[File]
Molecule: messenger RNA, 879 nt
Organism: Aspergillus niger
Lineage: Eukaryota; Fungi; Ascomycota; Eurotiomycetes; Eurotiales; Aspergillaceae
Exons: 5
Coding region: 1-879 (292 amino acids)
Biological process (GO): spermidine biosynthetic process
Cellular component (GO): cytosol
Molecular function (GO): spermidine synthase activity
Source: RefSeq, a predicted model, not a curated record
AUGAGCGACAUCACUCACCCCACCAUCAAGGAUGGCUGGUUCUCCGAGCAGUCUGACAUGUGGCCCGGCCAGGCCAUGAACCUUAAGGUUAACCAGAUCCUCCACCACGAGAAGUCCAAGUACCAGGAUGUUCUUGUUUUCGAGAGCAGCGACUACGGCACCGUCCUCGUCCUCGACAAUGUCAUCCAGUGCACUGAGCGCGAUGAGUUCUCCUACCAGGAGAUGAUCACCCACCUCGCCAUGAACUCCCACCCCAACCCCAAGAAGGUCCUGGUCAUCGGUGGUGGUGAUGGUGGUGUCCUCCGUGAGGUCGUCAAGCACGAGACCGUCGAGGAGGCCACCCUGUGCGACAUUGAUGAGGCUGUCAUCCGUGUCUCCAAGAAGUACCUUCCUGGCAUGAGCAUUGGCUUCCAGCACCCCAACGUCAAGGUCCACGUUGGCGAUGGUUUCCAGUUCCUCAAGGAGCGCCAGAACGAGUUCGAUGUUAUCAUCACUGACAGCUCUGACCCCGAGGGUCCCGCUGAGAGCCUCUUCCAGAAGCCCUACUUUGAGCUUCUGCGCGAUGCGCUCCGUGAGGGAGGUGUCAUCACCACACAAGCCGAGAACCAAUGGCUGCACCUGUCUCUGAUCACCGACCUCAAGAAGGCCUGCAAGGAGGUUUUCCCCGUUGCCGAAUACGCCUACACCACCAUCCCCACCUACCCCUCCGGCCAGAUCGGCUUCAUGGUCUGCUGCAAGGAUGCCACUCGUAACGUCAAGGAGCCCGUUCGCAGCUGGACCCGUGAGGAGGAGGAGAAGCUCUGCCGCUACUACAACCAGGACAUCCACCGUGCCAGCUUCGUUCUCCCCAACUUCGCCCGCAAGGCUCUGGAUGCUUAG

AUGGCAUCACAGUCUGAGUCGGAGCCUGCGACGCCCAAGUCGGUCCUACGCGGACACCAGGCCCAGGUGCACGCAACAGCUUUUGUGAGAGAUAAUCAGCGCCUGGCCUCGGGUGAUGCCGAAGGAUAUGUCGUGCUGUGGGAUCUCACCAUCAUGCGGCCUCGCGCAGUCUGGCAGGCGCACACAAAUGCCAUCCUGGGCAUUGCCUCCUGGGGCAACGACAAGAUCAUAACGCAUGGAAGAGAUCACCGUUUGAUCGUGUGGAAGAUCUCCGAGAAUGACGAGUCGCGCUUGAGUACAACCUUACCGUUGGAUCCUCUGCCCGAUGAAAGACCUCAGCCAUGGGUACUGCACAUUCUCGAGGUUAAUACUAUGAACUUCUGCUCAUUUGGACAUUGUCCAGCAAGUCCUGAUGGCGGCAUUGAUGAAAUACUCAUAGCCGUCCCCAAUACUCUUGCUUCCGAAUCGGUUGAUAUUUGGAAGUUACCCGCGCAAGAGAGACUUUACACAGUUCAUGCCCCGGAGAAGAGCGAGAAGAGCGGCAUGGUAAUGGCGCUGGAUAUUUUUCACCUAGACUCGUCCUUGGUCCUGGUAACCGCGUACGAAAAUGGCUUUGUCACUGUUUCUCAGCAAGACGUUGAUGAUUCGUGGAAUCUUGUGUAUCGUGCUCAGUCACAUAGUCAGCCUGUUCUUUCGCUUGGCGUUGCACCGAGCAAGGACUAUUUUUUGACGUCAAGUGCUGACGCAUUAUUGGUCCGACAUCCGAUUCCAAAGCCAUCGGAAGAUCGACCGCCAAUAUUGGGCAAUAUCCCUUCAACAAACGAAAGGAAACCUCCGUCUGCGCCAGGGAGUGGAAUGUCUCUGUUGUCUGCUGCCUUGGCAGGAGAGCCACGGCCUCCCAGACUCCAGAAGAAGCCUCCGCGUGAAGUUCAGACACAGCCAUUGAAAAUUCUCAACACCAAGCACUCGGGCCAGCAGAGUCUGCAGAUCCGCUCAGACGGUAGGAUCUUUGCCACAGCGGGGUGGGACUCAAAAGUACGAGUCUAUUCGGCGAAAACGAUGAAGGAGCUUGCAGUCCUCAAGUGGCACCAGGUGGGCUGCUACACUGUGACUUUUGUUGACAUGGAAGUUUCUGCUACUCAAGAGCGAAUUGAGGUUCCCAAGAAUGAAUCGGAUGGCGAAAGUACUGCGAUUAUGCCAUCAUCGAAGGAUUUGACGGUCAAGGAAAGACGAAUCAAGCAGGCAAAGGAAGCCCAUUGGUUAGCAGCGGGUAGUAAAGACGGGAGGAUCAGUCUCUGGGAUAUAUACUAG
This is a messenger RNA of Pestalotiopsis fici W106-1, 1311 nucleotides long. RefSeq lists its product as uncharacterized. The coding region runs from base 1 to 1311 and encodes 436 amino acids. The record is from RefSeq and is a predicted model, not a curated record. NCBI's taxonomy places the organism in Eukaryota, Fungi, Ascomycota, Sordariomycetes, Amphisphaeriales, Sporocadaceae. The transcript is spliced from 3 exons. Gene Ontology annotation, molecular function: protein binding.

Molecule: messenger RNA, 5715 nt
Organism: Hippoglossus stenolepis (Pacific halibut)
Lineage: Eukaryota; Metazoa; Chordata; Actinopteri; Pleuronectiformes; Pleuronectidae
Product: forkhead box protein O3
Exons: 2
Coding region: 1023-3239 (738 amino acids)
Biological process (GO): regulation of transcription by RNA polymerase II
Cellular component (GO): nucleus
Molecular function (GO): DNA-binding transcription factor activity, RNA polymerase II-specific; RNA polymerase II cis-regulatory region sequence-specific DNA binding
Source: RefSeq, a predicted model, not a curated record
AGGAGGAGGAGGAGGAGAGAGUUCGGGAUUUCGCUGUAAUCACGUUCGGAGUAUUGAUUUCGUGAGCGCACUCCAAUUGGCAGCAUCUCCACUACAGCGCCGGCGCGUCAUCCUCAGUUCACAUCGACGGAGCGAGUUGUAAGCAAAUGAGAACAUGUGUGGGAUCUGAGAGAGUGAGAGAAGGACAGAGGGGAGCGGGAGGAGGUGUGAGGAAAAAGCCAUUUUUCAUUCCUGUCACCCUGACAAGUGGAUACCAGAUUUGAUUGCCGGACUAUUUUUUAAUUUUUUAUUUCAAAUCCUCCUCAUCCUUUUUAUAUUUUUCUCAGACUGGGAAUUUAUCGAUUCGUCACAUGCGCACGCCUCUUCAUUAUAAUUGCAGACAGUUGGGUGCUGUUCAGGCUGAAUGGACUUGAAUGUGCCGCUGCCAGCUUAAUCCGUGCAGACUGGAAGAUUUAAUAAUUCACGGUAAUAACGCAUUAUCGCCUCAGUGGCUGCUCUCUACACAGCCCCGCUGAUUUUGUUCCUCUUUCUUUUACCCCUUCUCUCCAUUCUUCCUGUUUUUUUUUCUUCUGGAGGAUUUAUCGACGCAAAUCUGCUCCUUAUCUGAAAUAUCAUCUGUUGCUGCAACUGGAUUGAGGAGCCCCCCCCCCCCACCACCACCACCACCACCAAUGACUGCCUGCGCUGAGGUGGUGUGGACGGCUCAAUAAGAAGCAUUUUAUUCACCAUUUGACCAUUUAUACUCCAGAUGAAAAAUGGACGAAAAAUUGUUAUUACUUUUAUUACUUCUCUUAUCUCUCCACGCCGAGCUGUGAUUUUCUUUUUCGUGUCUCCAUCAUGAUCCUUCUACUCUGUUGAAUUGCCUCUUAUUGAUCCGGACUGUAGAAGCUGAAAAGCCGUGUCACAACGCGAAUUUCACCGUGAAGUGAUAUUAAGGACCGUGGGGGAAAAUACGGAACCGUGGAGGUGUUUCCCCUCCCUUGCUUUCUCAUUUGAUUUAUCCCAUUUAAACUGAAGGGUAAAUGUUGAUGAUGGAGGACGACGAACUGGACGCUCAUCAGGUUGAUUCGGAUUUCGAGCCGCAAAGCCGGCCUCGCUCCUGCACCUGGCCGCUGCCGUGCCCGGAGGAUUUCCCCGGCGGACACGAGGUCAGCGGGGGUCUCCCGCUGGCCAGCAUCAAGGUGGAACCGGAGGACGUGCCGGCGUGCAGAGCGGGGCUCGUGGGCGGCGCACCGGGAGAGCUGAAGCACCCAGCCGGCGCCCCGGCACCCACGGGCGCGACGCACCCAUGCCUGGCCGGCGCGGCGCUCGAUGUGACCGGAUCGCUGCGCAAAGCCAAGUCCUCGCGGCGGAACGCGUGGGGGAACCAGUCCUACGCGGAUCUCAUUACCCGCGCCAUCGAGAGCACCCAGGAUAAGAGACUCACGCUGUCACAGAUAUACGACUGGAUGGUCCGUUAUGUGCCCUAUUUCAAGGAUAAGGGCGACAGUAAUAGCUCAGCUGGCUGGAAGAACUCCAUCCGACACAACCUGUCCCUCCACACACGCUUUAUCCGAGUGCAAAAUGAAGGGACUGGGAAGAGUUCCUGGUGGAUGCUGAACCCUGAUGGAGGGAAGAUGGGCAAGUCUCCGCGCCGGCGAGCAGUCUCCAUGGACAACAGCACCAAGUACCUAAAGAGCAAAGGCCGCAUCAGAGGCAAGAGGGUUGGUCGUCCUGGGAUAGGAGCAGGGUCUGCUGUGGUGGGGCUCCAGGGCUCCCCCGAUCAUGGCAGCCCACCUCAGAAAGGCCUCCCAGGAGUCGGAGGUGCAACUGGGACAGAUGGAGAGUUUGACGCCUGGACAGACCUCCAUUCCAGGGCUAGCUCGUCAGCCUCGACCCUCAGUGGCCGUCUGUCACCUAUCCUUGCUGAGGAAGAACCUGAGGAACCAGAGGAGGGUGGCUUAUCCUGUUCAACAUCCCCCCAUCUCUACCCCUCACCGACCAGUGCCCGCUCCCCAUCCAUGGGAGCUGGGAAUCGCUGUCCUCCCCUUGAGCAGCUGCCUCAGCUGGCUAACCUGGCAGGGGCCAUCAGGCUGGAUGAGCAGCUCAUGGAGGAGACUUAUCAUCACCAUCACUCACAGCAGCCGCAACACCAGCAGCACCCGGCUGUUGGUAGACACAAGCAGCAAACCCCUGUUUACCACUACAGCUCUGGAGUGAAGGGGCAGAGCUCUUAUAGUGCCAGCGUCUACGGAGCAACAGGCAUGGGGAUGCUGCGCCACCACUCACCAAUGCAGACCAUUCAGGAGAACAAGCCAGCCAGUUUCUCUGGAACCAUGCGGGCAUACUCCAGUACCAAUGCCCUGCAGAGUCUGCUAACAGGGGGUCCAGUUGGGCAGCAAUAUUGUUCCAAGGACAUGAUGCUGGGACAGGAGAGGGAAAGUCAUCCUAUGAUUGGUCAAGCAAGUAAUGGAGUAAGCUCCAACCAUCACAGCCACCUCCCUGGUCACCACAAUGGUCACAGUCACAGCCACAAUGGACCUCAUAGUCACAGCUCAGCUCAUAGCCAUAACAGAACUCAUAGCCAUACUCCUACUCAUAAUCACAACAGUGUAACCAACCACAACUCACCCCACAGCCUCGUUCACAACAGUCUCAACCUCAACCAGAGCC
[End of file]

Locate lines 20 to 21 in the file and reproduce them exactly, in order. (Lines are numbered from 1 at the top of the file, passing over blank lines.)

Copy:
Cellular component (GO): nucleus
Molecular function (GO): DNA-binding transcription factor activity, RNA polymerase II-specific; RNA polymerase II cis-regulatory region sequence-specific DNA binding